THE SCOTTISH FA’S summit meeting in Perth last night, attended by the senior referees and ten Scottish Premiership managers including Brendan Rodgers, reached agreement on the desire to introduce video assistant referee (VAR) technology into the Scottish game.
There was some doubt though that John Beaton voted in favour of VAR as he understood that it stood for Video Advantage to Rangers (WATP).
Ian Maxwell didn’t seem to explain when he had made space in his diary to meet with Celtic to discuss Beaton’s performance at Ibrox on 29 December. Presumably he is too busy structuring his reply to the letters he has yet to respond to from The Celtic Supporters Association – the biggest single fans group in Scottish football.
Neil Lennon, who unusually emerged from a meeting with the Brotherhood without picking up a two match ban, made his way to his car doing his Easter Road Aeroplane in celebration, spoke for the managers after it was all over, describing the evening as being “very productive”.
“I think the most unanimous decision was VAR, for the referees and the managers as well,” Lenny said to the BBC.
Referee John McKendrick earlier this month stated there had been an increased volume of “totally unacceptable” criticism of match officials. He of course failed to balance that by saying that there has also been an increased number of “totally unacceptable” decisions made by match officials such as Beaton (at Ibrox), Collum (at Pittodrie on Boxing Day) and Madden (various).
There was no update last night on the ‘on-going’ Police enquiry into the allegedly received online threats – that transformed after a few days into death threats (allegedly) that Beaton claims he received on his work’s phone.
Given that there is zero evidence on line of any such threats and that Police Scotland have so far failed to reveal that they have made any arrests – usually this is a relatively simple process for the Police – you have to wonder as to the complexities of the case.
Beaton was at McDiarmid Park last night alongside Andrew Dallas and Kevin Clancy.
“It was very respectful,” Lennon continued.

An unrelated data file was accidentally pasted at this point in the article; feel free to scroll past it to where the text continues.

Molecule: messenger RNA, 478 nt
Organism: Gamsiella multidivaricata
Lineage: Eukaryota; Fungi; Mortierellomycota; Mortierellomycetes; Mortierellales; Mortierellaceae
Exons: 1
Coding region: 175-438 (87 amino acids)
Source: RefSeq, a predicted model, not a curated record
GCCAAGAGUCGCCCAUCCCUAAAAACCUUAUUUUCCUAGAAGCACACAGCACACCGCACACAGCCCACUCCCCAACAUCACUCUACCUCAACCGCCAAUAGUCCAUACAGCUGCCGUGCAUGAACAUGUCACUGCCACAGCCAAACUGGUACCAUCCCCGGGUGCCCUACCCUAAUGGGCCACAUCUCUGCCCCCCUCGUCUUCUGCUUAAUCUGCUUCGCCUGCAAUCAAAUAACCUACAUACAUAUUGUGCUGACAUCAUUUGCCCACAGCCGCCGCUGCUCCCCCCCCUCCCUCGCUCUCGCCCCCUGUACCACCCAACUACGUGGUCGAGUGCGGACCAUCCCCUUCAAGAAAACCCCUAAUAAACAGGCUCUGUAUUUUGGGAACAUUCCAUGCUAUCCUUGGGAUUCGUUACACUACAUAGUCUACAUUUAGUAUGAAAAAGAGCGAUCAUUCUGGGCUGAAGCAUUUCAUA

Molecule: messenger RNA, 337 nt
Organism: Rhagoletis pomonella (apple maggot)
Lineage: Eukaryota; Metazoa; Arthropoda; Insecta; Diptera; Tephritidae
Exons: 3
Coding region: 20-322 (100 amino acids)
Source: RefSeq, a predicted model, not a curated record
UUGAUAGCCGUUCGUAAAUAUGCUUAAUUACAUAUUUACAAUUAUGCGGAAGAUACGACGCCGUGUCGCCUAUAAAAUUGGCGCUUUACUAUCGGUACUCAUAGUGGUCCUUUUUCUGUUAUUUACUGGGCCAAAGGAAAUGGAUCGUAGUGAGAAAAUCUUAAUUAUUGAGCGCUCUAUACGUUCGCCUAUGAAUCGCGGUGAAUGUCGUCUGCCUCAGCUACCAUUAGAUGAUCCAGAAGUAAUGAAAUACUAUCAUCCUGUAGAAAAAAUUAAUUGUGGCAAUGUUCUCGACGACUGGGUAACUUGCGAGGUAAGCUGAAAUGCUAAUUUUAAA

“There was a lot of humour, a lot of debate at times and I think everyone came out of it feeling better about themselves.”
Brendan Rodgers apparently continued on from his press conference yesterday by speaking about Full-Time Referees (FTR) but it’s doubtful that Beaton would fancy that on the side of his shirt.
The gathering also discussed the baffling Scottish FA’s new disciplinary procedure and Compliance Officer Clare Whyte was in attendance to explain how Allan McGregor didn’t kick Kristoffer Ayer in September and that Alfredo Morelos really does needs more protection.
Lennon and Rodgers were the first two to emerge after the meeting, the rest were busy shaking each others hands, in a funny sort of a way.
The Hibs boss, always with a sharp sense of humour, told the press afterwards, with a straight face, that Whyte was “very impressive” – but enough about Craigy.
The SFA chief executive took time out from pondering on his CSA replies (in the post shortly Bhoys) to describe last night as “good, positive meeting” – and signalled a breakthrough in the introduction of VAR to the Scottish game, at some point in the future.
“I think the managers see the benefit of it not only in the World Cup but different leagues and competitions throughout Europe,” Maxwell said.
“I think Scottish football can afford it,” he said.
“The SPFL have an amount of money and most of that is distributed to the clubs.
“If an element of that has to be taken to cover the costs of VAR then that’s a decision the clubs have to make.”
The Chief Executive of the SFA did however indicate that VAR won’t be introduced any time soon, describing it as a “a long-term project” and “not a quick fix”.
“Obviously there is a training element for referees.
“I think the current FIFA programme takes 12 months to get through, but it’s definitely going to be worth it in the long run.”
On the meeting in general Maxwell seemed satisfied with how it had gone.
“The managers will have a better understanding of different processes and how the association works,” he said.
Presumably Peter Lawwell, who was paid a £2.3million bonus by Celtic on Hogmanay, will today follow up on his recent statement and call Maxwell to sort out a meeting where Celtic’s concerns surrounding the refereeing of the game on 29 December and the subsequent failure of the Scottish FA’s Compliance Officer to deal with the four incidents involving Morelos assaulting Celtic players with apparent immunity.
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